“That’s not easy. Wal-Mart capped the maximum you can ever make.” But if you do a good job, you could be promoted to assistant manager, store manager.
    “Well, I suppose.”

    I pointed out that the new CEO of Wal-Mart, Mike Duke, started out as an hourly worker.
    “There are always exceptions,” she said. “My father worked his way up and became corporate executive. But that was a one-in-a-million situation.”

    Oh, yeah?
    “I read Nickel and Dimed,” Adam Shepard told me. He was assigned her book in college and decided to test Ehrenreich’s claim.

    He picked a city out of a hat, Charleston, S.C., and showed up there with $25. He didn’t tell anyone about his college degree. He soon got an $8/hour job working for a moving company. He kept at it. Within a year, he told me, “I have got $5,500 and a car. I have got a furnished apartment.”

    Adam writes about his search for the American Dream in Scratch Beginnings. It’s a very different book from Nickel and Dimed.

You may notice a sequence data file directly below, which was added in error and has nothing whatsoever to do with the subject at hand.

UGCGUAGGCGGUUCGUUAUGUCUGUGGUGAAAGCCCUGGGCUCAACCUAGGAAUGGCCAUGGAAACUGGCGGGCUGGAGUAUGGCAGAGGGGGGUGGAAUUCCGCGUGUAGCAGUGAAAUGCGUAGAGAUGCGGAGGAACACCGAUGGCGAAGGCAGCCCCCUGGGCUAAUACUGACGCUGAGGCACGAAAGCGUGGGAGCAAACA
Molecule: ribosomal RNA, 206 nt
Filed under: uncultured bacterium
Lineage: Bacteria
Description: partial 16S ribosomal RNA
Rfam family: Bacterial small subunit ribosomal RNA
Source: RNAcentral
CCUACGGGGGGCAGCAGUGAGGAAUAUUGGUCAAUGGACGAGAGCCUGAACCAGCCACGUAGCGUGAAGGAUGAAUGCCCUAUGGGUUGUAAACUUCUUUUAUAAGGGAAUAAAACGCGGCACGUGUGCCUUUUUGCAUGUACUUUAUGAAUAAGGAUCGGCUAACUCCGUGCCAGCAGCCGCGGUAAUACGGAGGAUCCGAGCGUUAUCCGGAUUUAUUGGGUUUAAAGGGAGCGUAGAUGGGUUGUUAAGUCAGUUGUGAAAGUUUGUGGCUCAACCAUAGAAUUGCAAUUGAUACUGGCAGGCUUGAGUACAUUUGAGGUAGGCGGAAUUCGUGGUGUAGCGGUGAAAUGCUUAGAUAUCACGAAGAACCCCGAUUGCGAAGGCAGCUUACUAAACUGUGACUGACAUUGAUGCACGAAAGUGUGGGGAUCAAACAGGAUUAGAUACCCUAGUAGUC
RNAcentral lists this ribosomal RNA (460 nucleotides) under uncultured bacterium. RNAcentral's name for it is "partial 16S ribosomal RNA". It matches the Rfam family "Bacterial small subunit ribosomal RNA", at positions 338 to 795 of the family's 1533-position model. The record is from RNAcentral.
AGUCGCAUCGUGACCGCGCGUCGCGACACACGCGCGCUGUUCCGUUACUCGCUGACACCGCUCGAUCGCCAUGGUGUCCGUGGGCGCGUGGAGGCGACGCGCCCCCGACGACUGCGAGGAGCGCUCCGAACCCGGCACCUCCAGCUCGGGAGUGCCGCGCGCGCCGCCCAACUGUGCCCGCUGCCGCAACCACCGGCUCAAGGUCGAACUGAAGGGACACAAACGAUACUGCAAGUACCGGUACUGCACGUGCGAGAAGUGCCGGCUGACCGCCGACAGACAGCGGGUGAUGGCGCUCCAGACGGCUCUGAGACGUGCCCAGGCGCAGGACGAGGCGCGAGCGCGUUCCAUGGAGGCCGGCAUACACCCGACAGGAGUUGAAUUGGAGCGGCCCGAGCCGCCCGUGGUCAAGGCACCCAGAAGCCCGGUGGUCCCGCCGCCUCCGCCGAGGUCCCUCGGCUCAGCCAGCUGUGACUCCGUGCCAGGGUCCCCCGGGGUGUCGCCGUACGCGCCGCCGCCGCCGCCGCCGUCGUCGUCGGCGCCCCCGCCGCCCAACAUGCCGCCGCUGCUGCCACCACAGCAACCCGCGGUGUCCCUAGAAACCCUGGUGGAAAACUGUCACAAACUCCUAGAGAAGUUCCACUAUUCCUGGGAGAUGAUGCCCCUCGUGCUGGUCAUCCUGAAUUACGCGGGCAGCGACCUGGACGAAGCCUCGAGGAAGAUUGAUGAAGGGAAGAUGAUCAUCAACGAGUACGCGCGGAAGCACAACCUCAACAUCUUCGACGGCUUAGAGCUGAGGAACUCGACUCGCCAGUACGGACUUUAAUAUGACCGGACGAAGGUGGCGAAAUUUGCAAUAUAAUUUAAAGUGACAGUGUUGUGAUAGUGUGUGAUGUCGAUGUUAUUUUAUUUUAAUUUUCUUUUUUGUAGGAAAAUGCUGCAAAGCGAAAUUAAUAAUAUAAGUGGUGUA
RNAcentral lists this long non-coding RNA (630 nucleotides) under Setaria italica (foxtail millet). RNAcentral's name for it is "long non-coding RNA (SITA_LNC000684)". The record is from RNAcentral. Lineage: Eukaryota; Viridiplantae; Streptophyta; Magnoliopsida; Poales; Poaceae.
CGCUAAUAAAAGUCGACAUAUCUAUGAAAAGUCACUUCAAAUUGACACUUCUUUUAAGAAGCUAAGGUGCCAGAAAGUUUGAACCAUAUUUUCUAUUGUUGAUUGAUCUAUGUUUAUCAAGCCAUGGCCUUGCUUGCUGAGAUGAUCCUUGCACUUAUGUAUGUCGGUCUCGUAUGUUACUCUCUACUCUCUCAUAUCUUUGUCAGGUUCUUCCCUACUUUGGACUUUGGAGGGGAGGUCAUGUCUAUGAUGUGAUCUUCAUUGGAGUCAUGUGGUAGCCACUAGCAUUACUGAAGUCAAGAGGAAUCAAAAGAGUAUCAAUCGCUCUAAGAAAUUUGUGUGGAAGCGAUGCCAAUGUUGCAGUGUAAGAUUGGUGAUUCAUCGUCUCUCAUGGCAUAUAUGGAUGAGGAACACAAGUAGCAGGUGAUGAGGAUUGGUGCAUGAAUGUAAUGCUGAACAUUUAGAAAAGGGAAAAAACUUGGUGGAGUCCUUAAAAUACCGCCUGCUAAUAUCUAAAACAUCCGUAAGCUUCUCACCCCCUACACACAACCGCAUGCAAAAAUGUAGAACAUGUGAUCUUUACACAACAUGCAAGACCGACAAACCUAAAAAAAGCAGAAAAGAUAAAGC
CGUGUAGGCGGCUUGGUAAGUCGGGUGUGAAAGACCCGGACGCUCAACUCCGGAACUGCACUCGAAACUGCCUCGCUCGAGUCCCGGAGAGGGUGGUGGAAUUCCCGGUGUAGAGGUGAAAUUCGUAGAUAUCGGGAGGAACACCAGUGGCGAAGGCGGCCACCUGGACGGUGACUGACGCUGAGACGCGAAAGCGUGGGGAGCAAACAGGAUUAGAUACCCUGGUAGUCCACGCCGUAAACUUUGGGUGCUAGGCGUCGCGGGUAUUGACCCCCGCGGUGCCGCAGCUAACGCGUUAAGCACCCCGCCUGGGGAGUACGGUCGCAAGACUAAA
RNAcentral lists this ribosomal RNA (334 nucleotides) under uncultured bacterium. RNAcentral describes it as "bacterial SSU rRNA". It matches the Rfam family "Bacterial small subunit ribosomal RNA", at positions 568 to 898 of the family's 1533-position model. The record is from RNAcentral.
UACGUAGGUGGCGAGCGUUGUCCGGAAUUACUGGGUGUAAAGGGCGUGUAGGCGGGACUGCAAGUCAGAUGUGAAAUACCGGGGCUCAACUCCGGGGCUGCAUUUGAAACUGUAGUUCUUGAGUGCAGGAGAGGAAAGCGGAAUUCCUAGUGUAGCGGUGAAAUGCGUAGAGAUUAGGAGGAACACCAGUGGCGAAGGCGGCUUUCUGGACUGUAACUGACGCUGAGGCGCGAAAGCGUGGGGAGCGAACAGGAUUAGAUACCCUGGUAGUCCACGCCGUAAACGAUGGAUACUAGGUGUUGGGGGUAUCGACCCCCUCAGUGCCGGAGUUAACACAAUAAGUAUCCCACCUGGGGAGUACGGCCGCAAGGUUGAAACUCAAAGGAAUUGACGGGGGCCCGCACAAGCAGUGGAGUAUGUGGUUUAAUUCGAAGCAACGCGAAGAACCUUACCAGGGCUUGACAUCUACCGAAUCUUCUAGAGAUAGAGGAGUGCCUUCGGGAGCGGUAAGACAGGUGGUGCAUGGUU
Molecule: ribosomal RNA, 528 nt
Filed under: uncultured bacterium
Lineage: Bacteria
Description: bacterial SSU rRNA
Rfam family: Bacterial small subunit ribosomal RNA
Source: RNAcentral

“If you want to fail, go for it, “ he said.
    Barbara Ehrenreich wanted to fail?

    “Absolutely, I think she wanted to fail — and write the book about it.”
    I asked him for evidence.

    “She is spending $40 on pants. She is staying in hotels. I made sacrifices so that I could succeed. She didn’t make any sacrifices.”

    I asked Ehrenreich: Why can he do it, when you couldn't? "I know, it's embarrassing."
    Were you trying to fail?

    “I think that is so unfair. The $40 pants, that was a big mistake, and that was one mistake I made early on. The motels, that’s not a rich person option.”